The Organisation for Economic Cooperation and Development has seen a need for more information on the rates of return to individuals from higher education.
A meeting in Dublin of 80 decision-makers and officials from OECD countries also called for better data on the impact on enrolments of imposing various forms of student contributions. It was thought the data would enhance decisions on tuition fees and may result in better student support.
Variation of fees is an established feature in the private sector, but charging students differential fees in public institutions is more controversial.
Some countries are permitting institutions to set their own fees up to a maximum limit. In the US, demand for places with lower fees has led to different fees charged for classes at less popular times.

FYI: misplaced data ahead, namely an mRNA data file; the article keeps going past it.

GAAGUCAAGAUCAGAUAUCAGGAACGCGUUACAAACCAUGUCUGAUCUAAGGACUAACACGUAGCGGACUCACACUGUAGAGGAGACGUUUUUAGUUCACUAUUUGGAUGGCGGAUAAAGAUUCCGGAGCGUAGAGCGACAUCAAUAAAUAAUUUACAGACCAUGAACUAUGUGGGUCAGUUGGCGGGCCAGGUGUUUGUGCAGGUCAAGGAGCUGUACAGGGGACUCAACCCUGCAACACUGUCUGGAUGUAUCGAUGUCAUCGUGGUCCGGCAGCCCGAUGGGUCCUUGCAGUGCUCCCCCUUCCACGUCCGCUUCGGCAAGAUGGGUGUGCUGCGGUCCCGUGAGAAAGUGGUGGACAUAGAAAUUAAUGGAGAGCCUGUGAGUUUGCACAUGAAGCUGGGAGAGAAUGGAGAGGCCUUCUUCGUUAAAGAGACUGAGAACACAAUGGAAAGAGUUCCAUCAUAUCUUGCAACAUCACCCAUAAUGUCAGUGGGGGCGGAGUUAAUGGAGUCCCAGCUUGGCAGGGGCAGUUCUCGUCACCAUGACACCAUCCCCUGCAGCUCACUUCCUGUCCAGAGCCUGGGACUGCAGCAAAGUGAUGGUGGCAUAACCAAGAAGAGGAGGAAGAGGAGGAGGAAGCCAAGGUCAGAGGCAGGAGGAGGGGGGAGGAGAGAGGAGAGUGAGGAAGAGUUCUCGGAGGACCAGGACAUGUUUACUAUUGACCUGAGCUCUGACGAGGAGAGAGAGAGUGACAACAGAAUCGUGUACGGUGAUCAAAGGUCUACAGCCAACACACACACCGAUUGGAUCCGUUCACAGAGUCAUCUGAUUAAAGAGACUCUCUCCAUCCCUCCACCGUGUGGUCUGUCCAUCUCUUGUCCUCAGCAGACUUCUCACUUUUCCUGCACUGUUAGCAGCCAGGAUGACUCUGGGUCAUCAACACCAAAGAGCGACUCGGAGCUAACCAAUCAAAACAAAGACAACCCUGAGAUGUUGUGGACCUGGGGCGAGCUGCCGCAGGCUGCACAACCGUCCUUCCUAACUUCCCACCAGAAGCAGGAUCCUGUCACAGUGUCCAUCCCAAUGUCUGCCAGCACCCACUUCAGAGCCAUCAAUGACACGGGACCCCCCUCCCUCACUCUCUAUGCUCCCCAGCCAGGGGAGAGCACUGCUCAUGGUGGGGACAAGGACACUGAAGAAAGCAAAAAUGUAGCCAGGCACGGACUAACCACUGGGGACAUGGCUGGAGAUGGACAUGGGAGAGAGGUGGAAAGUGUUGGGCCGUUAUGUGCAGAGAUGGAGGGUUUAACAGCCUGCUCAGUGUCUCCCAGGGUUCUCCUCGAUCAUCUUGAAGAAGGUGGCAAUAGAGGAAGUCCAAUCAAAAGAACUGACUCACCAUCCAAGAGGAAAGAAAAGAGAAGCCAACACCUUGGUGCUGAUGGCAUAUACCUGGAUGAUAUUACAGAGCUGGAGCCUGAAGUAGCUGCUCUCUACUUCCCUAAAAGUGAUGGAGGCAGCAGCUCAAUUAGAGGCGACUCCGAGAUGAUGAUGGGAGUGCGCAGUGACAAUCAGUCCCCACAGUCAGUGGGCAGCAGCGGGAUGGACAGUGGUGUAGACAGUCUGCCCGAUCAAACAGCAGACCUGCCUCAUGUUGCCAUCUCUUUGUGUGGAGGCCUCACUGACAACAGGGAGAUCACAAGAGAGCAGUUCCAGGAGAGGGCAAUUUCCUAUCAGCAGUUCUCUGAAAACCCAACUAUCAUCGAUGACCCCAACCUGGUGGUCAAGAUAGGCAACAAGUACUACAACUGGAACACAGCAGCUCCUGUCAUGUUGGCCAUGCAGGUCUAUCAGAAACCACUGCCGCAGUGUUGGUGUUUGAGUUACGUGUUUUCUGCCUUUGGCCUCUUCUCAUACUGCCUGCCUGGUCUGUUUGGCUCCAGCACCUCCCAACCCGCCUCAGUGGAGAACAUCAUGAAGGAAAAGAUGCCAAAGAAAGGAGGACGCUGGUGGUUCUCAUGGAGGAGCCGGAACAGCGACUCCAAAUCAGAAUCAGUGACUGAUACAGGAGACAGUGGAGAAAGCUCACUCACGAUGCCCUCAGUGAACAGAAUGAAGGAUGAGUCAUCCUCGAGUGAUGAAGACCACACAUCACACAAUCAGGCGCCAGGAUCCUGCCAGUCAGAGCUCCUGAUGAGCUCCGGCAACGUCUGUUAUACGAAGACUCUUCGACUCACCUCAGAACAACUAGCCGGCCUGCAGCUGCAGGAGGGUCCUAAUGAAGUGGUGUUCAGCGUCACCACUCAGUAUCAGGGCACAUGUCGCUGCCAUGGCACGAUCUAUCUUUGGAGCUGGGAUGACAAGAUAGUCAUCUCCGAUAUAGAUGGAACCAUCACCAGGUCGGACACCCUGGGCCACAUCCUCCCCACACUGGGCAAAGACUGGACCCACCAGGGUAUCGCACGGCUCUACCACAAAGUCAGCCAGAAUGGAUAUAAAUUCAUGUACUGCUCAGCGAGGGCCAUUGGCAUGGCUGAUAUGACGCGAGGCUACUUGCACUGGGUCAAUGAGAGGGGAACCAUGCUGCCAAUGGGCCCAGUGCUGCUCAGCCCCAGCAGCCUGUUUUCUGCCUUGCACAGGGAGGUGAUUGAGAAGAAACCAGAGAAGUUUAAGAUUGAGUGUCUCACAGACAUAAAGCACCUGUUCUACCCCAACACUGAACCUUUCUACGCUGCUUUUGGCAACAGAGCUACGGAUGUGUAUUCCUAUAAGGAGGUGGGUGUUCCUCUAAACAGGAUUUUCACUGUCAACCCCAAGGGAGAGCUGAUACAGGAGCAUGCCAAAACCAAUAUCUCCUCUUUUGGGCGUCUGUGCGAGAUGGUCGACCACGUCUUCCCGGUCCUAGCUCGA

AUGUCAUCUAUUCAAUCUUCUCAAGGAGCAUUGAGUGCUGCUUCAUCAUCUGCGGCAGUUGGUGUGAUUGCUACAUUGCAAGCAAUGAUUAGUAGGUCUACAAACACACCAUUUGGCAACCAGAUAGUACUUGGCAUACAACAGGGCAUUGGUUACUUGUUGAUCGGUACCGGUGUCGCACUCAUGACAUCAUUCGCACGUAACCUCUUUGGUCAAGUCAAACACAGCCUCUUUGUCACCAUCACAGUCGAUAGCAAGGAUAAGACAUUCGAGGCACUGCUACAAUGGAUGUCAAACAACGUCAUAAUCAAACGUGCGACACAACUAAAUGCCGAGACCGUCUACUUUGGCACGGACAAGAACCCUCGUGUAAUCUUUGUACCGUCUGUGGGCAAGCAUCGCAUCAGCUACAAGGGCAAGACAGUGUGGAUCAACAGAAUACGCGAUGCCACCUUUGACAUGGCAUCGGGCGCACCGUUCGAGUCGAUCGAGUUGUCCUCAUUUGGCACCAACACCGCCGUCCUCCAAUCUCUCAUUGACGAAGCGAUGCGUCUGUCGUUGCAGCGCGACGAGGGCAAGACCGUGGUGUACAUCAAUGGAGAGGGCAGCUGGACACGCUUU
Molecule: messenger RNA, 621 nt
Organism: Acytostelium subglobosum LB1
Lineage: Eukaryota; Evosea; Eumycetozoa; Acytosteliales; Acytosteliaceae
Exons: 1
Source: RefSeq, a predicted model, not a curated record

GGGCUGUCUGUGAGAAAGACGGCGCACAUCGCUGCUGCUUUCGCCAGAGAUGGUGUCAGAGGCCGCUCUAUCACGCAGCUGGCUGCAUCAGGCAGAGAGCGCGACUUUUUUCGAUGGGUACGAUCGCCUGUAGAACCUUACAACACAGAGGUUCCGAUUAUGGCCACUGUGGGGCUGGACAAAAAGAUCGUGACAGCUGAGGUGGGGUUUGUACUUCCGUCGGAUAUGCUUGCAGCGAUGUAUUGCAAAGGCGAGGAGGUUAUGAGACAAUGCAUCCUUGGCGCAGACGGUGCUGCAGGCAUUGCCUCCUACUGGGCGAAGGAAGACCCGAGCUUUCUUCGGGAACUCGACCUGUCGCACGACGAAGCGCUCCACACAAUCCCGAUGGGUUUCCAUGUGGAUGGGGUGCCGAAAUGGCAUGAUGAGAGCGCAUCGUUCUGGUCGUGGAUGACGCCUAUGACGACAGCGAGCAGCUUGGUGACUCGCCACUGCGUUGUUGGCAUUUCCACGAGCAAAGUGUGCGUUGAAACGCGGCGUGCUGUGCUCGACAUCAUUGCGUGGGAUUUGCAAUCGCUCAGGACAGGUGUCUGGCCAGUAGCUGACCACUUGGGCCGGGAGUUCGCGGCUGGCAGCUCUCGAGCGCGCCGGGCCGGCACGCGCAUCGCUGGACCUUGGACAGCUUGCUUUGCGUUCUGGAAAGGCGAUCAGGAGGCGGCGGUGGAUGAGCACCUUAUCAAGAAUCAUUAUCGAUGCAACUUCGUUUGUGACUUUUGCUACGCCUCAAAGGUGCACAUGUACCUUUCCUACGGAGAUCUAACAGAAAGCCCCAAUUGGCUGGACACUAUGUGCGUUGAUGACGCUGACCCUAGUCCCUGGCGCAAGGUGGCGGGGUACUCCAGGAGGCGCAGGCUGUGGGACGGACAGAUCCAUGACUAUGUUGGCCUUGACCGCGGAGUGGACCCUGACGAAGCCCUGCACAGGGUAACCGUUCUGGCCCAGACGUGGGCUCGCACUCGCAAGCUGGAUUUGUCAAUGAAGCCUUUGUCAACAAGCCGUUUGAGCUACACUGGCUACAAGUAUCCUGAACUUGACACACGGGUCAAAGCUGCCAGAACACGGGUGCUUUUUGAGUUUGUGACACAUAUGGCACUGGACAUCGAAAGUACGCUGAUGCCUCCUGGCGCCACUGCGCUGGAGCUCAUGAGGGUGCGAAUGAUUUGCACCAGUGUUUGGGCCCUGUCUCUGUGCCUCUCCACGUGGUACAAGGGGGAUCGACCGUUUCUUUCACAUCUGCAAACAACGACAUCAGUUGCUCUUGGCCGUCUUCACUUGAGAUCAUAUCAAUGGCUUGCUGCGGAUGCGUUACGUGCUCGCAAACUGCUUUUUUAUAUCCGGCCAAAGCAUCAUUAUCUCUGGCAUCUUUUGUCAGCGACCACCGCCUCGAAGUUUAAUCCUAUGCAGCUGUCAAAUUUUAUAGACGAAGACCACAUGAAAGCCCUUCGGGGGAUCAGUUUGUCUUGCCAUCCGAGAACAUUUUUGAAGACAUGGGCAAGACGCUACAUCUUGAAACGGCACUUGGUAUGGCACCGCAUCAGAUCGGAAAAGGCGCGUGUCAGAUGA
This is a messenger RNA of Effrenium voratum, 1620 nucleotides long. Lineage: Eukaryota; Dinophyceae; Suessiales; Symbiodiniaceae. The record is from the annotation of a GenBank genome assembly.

Delegates also discussed differentiating between universities by research intensity. This is resisted by regional communities that expect their local institution to be a full-scale university.
For them it was important that national higher education policy took account of regional development policy and the contribution that universities might make to regional development.